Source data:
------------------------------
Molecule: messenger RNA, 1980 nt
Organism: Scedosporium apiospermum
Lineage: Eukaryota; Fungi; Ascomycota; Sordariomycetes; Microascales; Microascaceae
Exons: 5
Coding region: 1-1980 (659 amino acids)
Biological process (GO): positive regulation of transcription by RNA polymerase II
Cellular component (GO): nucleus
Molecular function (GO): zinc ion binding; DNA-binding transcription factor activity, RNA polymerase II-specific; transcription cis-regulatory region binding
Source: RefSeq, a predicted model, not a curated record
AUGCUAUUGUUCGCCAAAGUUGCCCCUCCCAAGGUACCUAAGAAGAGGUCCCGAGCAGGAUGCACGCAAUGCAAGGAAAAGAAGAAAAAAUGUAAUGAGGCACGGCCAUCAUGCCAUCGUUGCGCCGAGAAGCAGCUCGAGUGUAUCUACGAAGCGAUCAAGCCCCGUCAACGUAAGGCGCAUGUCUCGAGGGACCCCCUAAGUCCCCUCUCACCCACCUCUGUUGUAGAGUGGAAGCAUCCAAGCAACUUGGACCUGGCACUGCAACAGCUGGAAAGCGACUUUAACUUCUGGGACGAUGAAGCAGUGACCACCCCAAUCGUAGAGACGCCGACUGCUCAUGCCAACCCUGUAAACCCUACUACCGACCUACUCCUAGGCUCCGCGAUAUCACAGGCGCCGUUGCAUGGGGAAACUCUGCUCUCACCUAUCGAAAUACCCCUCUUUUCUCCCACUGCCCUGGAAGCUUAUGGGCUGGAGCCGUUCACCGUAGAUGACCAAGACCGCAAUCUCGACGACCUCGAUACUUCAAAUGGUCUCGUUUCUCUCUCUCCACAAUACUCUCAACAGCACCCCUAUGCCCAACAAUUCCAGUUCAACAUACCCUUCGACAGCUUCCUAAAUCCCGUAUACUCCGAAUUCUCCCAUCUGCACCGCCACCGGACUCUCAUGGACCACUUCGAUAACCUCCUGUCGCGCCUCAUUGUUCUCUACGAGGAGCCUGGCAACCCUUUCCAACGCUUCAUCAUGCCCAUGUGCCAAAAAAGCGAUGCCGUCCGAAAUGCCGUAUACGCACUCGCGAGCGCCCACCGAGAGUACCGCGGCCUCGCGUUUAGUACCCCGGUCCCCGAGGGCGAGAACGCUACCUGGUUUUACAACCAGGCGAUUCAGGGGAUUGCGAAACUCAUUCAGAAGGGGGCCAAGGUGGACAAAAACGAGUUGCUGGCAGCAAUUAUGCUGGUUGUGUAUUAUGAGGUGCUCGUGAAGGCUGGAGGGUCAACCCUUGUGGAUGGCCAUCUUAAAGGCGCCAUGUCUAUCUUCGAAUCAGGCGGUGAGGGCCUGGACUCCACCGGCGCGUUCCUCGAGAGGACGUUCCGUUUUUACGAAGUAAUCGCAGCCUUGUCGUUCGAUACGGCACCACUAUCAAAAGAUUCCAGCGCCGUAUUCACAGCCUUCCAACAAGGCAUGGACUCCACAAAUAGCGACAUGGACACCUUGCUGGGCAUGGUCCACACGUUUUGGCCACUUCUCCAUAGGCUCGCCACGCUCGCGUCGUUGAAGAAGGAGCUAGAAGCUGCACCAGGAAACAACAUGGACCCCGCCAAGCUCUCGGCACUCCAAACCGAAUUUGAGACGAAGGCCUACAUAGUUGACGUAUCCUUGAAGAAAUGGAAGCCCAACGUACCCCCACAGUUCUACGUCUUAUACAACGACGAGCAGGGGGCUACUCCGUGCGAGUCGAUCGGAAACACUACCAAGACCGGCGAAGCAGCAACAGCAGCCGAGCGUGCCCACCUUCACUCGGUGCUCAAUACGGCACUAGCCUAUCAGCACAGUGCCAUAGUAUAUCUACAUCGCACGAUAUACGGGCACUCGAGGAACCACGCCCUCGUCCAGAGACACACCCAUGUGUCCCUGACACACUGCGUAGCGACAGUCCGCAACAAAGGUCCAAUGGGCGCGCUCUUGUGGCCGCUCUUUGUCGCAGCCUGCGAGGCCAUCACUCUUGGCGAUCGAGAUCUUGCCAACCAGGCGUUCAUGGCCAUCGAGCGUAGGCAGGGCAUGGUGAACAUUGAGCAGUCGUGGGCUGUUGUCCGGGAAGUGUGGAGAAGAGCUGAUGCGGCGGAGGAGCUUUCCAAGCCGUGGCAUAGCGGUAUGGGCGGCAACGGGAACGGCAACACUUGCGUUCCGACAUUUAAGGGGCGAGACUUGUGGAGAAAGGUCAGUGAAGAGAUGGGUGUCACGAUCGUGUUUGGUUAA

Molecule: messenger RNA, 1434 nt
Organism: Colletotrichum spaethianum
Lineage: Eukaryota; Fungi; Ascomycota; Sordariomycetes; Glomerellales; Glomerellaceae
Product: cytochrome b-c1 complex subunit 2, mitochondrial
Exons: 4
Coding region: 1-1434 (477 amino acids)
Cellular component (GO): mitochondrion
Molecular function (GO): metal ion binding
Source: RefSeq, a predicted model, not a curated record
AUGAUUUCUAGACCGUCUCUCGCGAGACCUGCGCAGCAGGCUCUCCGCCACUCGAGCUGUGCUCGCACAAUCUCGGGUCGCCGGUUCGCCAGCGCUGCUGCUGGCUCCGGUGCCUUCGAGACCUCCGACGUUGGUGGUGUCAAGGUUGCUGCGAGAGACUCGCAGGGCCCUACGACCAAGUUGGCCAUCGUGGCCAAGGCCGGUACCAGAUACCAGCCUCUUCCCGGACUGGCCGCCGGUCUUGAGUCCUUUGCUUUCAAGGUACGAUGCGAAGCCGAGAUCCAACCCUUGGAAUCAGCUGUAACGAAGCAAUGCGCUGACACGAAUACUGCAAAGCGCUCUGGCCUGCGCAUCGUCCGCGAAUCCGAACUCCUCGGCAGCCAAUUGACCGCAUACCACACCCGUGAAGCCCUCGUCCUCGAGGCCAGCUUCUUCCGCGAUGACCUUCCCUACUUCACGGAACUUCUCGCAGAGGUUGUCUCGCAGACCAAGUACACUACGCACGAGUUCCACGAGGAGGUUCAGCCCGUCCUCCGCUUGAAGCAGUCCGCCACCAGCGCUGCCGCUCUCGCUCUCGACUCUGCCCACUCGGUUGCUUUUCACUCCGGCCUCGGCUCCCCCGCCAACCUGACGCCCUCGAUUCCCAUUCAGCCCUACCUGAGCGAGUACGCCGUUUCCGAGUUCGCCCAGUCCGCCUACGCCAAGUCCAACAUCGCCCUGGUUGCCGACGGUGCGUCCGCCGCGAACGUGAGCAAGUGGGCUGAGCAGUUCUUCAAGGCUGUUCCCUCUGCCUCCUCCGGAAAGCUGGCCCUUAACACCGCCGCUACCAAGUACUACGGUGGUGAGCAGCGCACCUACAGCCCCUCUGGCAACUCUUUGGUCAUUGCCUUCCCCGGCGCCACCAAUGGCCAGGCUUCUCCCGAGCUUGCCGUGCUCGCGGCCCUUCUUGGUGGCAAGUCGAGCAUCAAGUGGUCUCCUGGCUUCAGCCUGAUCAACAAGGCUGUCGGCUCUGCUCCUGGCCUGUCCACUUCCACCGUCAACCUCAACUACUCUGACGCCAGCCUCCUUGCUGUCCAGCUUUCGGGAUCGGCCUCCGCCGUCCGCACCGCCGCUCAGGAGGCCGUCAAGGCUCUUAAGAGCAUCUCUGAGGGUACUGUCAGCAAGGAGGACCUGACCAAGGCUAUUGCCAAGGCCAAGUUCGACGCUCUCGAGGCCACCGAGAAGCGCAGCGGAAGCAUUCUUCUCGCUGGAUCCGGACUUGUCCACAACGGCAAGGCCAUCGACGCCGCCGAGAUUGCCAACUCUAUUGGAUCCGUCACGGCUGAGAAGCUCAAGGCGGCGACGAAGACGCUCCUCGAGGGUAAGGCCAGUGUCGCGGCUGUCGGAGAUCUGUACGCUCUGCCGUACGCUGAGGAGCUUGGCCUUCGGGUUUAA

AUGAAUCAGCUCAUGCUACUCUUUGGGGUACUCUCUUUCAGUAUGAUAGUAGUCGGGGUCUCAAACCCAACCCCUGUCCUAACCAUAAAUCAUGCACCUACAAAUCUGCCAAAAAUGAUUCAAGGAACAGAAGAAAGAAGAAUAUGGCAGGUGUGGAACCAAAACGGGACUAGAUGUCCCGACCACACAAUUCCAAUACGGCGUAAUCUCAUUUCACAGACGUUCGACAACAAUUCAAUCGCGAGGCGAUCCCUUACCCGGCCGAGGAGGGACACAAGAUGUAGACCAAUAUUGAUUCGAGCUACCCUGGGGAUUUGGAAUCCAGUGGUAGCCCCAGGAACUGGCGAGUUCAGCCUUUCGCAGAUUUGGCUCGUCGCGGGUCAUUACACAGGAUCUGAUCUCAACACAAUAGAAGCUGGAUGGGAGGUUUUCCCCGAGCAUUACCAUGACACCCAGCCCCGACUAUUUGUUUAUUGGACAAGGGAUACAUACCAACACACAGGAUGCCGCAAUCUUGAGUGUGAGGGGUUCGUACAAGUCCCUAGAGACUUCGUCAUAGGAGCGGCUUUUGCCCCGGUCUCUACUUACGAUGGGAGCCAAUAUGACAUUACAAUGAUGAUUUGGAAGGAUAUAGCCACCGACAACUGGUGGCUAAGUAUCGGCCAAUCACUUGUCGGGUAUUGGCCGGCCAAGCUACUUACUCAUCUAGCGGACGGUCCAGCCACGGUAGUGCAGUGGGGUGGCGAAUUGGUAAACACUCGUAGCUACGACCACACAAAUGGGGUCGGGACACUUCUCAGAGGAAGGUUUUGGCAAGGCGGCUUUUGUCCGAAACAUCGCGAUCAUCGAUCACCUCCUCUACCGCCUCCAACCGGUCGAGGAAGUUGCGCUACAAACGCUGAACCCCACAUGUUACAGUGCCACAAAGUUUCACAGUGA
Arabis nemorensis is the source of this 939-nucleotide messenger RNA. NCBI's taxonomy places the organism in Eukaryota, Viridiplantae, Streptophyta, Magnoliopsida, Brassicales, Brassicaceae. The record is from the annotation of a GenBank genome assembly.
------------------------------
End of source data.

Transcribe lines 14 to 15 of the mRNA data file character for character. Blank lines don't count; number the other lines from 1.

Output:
Product: cytochrome b-c1 complex subunit 2, mitochondrial
Exons: 4